A spokeswoman with the Matanuska Electric Association said they are not discussing brownouts or blackouts, as long as Hilcorp meets its contractual obligations, something they’ve assured they’ll do.
OPINION: Ambler project reminds Alaska freedom is indivisible
Bethany Marcum, Anchorage Daily News, December 12, 2023
The thing about any individual freedom is that it relies on all the others. The right to private property depends on the right to self-defense, which depends on the right to vote, which depends on free speech, and on and on. It’s a lesson of history Alaskans must heed this month as the federal Bureau of Land Management fields public comments about the environmental impact of the proposed Ambler Access Project.
The Biden administration will soon decide whether to greenlight the project, which would build a 211-mile road from the Dalton Highway to the south bank of the Ambler River, finally giving Alaska access to the vast resources embedded in the Ambler Mining District.
To call the project a necessity is an understatement.
It is a necessity to Northwest Alaska, without question. The economic life of the entire region is at stake. The Red Dog zinc mine, currently the area’s principal economic engine, will be depleted by 2031. That’s an eight-year doomsday clock already ticking down. Hundreds of jobs, tens of millions of dollars in annual wages, and more than $100 million in local revenue sharing with Alaskan native corporations are at stake. bureau
The project is a national and global necessity, too. Many of the minerals embedded in the Ambler mining district are copper and rare-earth deposits. The Biden administration says we need an energy transition, but that can’t be accomplished without these minerals.
COP28 Ends With Deal on Transition Away From Fossil Fuels
J.A. Dlouhy, J. Shankleman, L. Millan, Bloomberg/Rigzone, December 13, 2023
The COP28 climate talks in Dubai ended in a deal that saw a commitment to transition away from all fossil fuels for the first time.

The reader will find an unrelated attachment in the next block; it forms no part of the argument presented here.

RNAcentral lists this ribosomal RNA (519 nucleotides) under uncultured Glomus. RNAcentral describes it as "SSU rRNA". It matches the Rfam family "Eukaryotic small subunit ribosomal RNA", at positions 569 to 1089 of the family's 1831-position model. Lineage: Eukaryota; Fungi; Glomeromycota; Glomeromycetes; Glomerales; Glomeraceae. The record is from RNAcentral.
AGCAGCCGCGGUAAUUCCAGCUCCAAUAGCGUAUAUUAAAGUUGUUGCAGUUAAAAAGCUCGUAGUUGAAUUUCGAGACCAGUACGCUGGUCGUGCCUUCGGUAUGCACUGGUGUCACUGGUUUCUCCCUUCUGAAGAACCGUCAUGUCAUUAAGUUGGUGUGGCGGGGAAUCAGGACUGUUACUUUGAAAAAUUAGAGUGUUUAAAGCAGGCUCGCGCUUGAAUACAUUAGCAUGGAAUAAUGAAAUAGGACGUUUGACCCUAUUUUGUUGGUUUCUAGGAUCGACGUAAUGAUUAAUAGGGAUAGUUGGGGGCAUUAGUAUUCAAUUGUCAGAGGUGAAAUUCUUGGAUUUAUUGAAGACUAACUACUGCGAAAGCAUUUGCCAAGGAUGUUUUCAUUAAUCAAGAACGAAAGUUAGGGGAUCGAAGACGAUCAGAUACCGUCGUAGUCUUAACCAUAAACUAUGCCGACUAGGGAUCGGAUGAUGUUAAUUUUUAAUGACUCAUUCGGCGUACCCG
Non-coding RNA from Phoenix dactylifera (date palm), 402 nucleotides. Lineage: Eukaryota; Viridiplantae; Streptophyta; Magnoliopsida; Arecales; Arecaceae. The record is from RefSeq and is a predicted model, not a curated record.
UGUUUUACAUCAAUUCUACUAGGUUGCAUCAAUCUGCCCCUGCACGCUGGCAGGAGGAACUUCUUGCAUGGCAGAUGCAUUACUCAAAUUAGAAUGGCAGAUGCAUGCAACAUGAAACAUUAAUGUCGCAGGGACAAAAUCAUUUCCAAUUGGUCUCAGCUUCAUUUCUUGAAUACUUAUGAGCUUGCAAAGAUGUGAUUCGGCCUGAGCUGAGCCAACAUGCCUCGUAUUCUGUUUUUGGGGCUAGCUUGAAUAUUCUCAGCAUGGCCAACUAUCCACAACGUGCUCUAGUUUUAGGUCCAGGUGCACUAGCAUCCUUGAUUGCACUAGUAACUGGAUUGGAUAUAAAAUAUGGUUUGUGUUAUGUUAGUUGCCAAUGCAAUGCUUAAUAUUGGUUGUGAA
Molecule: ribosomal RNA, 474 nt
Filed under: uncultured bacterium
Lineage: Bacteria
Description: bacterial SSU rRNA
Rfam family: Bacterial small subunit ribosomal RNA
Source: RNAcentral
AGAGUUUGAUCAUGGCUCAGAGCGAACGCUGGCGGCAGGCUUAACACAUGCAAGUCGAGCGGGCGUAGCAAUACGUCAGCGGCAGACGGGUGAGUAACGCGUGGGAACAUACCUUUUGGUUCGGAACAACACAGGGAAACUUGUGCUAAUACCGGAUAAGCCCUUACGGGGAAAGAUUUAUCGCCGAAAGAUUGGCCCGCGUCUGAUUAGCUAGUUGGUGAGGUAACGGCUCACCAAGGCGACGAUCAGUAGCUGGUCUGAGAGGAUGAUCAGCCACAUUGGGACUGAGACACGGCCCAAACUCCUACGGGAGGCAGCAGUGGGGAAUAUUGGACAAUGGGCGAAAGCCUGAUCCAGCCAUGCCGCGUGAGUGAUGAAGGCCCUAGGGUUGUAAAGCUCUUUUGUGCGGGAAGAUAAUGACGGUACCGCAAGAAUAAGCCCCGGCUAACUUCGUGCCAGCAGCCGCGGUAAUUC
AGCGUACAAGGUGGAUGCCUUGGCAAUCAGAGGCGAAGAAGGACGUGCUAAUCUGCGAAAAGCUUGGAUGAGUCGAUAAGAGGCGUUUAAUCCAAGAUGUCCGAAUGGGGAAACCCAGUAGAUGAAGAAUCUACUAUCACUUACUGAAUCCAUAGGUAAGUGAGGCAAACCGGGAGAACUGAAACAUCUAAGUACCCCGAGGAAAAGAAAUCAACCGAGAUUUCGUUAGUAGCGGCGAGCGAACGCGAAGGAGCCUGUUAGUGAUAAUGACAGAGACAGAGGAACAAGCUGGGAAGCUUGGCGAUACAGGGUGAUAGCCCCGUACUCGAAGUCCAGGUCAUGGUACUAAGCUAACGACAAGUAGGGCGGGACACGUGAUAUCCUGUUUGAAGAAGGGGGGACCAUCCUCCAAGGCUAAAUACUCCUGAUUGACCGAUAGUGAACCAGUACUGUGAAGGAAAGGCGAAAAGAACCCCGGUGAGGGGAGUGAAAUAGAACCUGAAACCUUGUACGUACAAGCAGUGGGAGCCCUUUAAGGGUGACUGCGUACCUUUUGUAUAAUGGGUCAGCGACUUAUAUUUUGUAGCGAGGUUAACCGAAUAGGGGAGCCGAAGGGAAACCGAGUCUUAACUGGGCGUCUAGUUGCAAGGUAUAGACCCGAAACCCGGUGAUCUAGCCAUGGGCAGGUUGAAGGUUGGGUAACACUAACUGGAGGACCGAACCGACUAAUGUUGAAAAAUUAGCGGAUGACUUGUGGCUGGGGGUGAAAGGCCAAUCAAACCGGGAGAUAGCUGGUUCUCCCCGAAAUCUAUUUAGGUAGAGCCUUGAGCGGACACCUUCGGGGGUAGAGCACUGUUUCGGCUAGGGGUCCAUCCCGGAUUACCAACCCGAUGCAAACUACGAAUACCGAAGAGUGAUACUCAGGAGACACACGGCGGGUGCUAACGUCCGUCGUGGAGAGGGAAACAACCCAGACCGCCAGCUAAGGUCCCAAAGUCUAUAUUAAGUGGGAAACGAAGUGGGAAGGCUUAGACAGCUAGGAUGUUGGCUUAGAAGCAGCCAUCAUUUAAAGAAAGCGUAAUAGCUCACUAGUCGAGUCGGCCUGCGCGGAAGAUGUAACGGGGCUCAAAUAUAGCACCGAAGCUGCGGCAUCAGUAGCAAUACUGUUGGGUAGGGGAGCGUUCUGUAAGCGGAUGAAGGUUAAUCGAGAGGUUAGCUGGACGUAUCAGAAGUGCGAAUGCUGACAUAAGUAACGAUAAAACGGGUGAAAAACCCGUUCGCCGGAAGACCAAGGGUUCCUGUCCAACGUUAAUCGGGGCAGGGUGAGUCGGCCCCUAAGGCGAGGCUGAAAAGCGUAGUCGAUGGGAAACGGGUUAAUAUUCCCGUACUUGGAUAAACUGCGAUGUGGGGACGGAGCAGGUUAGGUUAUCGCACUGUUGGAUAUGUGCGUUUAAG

The president of this year’s UN-sponsored summit, the UAE’s Sultan Al Jaber, brokered an agreement that was strong enough for the US and European Union on the need to dramatically curb fossil fuel use while keeping Saudi Arabia and other oil producers on board.
The agreement calls for countries to quickly shift energy systems away from fossil fuels in a just and orderly fashion, qualifications that helped convince the skeptics. Under the deal, countries also are called to contribute to a global transition effort — rather than being outright compelled to make that shift on their own.
“Together we have confronted the realities and sent the world in the right direction,” said Al Jaber, who’s also chief executive officer of Abu Dhabi National Oil Co. He brought the gavel down to confirm the deal on Wednesday, a day later than scheduled. It was met with applause and cheers by delegates.
While the outcome falls short of the phase out most countries wanted, it does break new ground: No previous COP text has mentioned moving away from oil and gas, the fuels that have underpinned the global economy for decades.
How quickly that becomes a reality won’t be decided by the diplomatic horsetrading that clinched today’s deal, but by investors, consumers, and national governments. After a pledge to phase down coal in Glasgow two years ago, consumption has continued to rise, and the world remains very unlikely to limit warming to the Paris Agreement’s target of 1.5C.